What would the Everglades be without water? If the Everglades had no water, would it be full of unique plants and animals? Of course not! That is why it is so important to save the water we have now. Guess who controls the Everglades' survival: you, me, and all of the people in the United States.
Have you ever heard the saying, "Everglades, The River of Grass?" The reason Marjorie Stoneman Douglas, the author of Everglades-River Of Grass, called it the river of grass is because it really is a river of grass.
Lake Okeechobee and the Kissimmee River are two main sources that provide water to The Everglades. The Everglades "river" begins at the southern rim of Lake Okeechobee, is approximately 50 miles wide, averages 6 inches deep, moves at a snail's pace southward, and finally ends it's approximate 100 mile long journey at the southern tip of Florida at Florida Bay. This "river" flows over a sloping bedrock of peat-covered limestone that is actually the water filter for South Florida's drinking water.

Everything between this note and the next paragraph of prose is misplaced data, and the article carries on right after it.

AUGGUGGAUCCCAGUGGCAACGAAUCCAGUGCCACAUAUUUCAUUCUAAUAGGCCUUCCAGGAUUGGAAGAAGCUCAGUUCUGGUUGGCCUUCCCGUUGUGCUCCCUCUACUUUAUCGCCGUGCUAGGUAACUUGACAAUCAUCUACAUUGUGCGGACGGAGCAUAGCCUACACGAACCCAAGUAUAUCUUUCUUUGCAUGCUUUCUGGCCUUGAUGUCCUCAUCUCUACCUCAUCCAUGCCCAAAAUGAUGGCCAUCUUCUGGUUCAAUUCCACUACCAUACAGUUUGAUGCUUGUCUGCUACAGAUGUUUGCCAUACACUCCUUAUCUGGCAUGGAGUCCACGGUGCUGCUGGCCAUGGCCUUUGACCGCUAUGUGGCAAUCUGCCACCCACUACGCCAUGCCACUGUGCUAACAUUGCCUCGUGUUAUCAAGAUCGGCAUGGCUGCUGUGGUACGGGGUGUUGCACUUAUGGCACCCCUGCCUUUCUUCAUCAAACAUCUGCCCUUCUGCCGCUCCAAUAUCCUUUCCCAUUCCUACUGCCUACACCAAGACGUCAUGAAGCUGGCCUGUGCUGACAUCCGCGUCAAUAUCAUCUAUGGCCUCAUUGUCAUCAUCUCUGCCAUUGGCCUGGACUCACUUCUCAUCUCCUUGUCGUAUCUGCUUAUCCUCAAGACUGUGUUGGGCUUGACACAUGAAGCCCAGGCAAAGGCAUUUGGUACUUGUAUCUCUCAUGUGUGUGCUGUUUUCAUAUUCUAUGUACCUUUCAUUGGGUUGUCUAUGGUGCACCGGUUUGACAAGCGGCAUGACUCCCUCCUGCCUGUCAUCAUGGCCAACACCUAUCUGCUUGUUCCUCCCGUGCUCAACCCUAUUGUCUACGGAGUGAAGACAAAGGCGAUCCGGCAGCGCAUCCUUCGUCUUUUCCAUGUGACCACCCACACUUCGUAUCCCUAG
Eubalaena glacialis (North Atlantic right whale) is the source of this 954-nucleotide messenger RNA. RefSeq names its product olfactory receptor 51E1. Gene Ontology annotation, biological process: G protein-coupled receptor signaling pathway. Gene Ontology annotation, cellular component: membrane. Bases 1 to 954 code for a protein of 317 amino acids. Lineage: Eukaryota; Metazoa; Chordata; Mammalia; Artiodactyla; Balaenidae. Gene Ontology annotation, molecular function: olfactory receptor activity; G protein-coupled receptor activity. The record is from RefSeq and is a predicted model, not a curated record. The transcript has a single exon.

The Everglades' unique ecosystem with it's one of a kind flora and fauna, can only survive by having South Florida's cycle of wet (summer) and dry (winter) seasons. This is what gives the Everglades its life force.
As you can see, it is so important to save our Everglades. So come along and learn with us and save our Everglades now!
South Florida's surface water distribution
For further information about any watershed in North America, visit the link below:
Remember, YOU CAN MAKE A DIFFERENCE!